From 1991 to 2002, Sierra Leone was embroiled in a devastating civil war, fought primarily between the Revolutionary United Front (RUF) and Sierra Leone Army (SLA). This civil war garnered international attention for its blatant use of child soldiers and for the skyrocketing of child soldiers in Sierra Leone.
Child soldiers are children (defined under international law as individuals under the age of 18) who are used for any military purpose. In the Sierra Leonean civil war, children made up between 40 and 50 percent of the RUF’s military force and approximately 20 percent of the government’s military force. In total, approximately 10,000 children were exploited and forced to be child soldiers in Sierra Leone. Discussed below are the leading facts about child soldiers in Sierra Leone.
Top 10 Facts About Child Soldiers in Sierra Leone
- The term child soldier does not only include those who carry a gun and fight. Children also served as messengers and porters, and young girls were conscripted into sexual slavery or forcibly married to generals.
- Children are chosen to be soldiers because they are easily manipulated. They are more loyal and obedient than adults and they are far less likely to revolt. They also do not require wages, making them a cheap alternative to traditional soldiers.
- Children are more likely to become child soldiers if they are poor, living in a combat zone, displaced from their homes, separated from their families or have limited access to education.
- The process of reintegrating child soldiers is called Disarmament, Demobilization and Reintegration (DDR). Compounds were created to reintegrate child soldiers in Sierra Leone by providing them with education, food, shelter and psychiatric services.
- DDR is not necessarily 100 percent effective. Children may relapse into violence in adolescence and adulthood. Ishmael Beah, a former child soldier in Sierra Leone, said: “One of my greatest fears in Sierra Leone now is, if you have a large number of disgruntled and idle young people who have nothing to do with themselves, you have the possibility of sparking anything.”
- DDR camps were also not completely safe. Rebel soldiers would hang around the camps and convince previously demobilized child soldiers to rejoin the army by promising to reunite them with their families or simply threatening to kill everyone else in the camp if they did not comply.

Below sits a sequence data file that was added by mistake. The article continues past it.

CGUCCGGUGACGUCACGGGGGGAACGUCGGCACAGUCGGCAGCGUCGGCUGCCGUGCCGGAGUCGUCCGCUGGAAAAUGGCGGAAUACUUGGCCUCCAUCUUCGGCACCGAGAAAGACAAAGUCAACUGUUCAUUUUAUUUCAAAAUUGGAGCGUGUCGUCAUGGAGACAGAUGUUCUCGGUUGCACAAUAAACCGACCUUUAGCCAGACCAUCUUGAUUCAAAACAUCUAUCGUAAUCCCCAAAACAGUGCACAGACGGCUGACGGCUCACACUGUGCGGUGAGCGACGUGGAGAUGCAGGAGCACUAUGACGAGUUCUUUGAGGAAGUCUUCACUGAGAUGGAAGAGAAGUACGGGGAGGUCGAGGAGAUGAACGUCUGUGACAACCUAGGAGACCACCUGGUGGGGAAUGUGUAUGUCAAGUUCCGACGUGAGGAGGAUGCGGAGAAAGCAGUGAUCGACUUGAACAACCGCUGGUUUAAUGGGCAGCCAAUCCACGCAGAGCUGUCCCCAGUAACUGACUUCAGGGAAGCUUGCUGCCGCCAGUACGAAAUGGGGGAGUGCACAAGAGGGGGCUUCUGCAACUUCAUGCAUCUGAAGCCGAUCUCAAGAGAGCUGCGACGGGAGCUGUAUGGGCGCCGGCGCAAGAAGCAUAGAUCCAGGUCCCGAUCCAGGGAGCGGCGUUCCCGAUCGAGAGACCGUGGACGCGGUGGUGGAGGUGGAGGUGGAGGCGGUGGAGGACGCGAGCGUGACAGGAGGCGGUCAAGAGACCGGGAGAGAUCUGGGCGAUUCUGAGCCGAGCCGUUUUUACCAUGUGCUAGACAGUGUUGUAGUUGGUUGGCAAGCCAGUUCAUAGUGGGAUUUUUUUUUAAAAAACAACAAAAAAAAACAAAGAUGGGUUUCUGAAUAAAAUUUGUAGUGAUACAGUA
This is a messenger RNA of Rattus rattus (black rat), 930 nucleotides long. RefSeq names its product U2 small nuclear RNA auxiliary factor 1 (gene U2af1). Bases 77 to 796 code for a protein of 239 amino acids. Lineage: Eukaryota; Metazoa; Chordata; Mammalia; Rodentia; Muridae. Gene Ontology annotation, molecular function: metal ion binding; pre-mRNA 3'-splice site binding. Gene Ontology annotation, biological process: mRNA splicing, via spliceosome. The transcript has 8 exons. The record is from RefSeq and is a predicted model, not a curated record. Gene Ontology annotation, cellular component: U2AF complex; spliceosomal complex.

- Children were often forced to use drugs (typically marijuana or crack cocaine) to enable them to commit violence. As a result, they had a reputation among civilians for extreme cruelty. Many boys belonged to the infamous Small Boys Unit.
- This reputation for violence was one of the key barriers to reintegration. Child soldiers had lost their childhoods and been traumatized, but many could not return home because they were seen as murderers.
- In 2013, Lt. Gen. Romeo Dallaire founded a nonprofit called the Child Soldier Initiative (CSI). It designed a mandatory training manual and seminar for police and local armed forces to inform them of children’s rights and how to handle child soldiers in the field. This training has also been used in Sudan, Mali and Cote d’Ivoire, though it is not mandatory there.
- The second phase of CSI’s project is to have former child soldiers run the program and train other children on their rights and the alternatives to joining the conflict.
Recent innovations in international human rights law, such as the Optional Protocol to the Convention on the Rights of the Child on the Involvement of Children in Armed Conflict (which has been ratified by more than 110 countries) are a reason to have hope for the future of children in conflict, as are nonprofits like the Child Soldier Initiative.
According to Theresa Betancourt, an expert in the field of child psychology in conflict and child soldiers, “We need to devise lasting systems of care, instead of leaving behind a dust cloud that disappears when the humanitarian actors leave.”
– Olivia Bradley